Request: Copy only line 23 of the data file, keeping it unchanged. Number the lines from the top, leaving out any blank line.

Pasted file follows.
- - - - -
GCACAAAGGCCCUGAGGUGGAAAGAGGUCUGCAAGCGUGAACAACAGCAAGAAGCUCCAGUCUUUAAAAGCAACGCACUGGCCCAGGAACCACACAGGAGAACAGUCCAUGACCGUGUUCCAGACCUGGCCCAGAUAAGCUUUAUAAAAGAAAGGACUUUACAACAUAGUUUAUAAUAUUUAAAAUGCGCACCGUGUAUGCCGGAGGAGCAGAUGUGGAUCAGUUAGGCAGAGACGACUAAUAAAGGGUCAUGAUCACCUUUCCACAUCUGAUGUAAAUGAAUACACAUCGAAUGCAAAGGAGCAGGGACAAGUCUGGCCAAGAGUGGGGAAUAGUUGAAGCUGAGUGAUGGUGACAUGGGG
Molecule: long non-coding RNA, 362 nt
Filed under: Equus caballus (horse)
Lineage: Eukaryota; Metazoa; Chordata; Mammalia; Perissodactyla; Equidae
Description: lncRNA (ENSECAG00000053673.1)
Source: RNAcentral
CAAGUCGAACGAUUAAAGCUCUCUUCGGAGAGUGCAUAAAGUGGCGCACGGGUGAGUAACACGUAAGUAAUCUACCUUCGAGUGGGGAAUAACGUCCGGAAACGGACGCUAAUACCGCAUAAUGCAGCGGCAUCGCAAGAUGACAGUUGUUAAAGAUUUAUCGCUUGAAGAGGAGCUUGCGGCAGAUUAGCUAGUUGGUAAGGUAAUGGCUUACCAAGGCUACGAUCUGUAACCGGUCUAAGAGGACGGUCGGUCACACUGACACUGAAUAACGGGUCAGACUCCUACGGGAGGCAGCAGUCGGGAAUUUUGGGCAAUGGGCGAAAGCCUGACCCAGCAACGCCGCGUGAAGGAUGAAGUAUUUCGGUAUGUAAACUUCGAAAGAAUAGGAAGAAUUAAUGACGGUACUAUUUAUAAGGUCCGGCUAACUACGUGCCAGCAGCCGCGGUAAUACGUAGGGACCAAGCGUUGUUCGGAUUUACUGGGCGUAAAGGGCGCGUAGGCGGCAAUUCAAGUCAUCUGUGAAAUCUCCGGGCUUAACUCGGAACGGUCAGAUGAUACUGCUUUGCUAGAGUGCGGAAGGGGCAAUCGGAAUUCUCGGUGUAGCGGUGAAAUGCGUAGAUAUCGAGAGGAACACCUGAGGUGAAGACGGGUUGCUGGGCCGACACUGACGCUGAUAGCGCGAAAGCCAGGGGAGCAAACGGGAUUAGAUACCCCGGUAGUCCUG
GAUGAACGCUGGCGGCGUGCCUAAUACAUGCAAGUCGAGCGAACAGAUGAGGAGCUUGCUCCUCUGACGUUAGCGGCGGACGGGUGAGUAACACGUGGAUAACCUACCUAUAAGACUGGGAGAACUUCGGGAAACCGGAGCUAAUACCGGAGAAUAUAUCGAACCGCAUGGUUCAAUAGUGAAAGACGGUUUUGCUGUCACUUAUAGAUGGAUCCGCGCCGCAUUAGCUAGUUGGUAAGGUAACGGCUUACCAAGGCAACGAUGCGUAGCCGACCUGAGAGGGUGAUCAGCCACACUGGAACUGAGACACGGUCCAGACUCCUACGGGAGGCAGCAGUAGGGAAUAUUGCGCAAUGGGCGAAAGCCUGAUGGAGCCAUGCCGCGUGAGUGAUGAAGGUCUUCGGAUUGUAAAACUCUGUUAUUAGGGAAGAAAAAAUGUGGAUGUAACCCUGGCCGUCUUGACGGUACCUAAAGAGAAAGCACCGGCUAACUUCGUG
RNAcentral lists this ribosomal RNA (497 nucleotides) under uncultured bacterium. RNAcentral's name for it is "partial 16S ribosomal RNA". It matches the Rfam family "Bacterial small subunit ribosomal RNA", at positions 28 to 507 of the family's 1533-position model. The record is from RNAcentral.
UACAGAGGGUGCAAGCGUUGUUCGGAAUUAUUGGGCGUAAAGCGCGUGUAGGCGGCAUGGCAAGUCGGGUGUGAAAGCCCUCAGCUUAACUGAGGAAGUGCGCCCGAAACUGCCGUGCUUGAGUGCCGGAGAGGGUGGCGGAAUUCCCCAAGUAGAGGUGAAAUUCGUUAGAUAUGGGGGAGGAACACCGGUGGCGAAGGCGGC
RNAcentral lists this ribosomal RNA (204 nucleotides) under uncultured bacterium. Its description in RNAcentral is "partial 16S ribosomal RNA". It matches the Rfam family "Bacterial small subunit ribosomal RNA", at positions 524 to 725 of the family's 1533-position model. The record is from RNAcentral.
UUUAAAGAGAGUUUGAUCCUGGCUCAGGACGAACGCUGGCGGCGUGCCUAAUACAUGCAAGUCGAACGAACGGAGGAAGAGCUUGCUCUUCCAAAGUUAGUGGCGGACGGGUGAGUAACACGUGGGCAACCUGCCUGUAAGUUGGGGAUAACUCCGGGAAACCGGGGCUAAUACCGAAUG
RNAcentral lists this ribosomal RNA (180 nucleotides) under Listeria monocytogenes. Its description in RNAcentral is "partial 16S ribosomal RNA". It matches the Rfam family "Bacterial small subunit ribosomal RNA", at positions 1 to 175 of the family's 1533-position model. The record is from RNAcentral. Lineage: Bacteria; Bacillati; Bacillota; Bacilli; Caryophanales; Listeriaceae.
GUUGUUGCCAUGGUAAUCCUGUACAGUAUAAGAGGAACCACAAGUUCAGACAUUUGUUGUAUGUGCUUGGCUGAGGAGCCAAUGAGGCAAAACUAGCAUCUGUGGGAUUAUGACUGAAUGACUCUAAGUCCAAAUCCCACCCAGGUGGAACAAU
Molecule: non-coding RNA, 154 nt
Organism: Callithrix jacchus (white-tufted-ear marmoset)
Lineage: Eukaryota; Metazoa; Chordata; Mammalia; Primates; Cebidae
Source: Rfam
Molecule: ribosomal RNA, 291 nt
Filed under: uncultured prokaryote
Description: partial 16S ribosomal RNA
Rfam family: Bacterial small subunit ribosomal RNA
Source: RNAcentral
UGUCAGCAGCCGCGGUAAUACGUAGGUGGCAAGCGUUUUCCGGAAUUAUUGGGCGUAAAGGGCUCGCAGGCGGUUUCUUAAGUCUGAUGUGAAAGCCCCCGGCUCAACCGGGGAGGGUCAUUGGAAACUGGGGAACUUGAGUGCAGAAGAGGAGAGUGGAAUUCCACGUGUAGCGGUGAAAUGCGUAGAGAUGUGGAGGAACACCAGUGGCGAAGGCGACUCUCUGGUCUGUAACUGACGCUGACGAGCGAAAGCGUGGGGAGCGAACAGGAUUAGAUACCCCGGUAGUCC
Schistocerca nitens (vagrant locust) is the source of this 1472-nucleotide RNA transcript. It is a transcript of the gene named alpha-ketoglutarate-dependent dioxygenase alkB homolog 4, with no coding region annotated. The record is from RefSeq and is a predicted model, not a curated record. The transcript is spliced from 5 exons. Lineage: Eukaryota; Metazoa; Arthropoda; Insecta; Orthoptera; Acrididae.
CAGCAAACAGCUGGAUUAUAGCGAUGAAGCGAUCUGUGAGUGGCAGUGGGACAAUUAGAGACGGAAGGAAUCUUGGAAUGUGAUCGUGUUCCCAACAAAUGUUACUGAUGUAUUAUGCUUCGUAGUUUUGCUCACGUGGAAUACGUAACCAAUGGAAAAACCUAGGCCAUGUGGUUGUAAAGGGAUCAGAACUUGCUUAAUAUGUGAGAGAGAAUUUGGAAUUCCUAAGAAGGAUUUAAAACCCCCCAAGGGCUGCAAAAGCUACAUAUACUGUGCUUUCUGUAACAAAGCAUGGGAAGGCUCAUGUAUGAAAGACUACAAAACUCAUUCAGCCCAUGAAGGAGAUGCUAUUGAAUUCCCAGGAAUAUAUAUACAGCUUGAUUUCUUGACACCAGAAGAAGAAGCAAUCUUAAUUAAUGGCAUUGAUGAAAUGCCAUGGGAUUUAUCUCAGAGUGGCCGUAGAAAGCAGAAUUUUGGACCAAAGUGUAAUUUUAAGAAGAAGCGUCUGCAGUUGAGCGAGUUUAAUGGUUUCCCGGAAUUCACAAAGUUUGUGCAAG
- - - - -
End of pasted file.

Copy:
Source: RNAcentral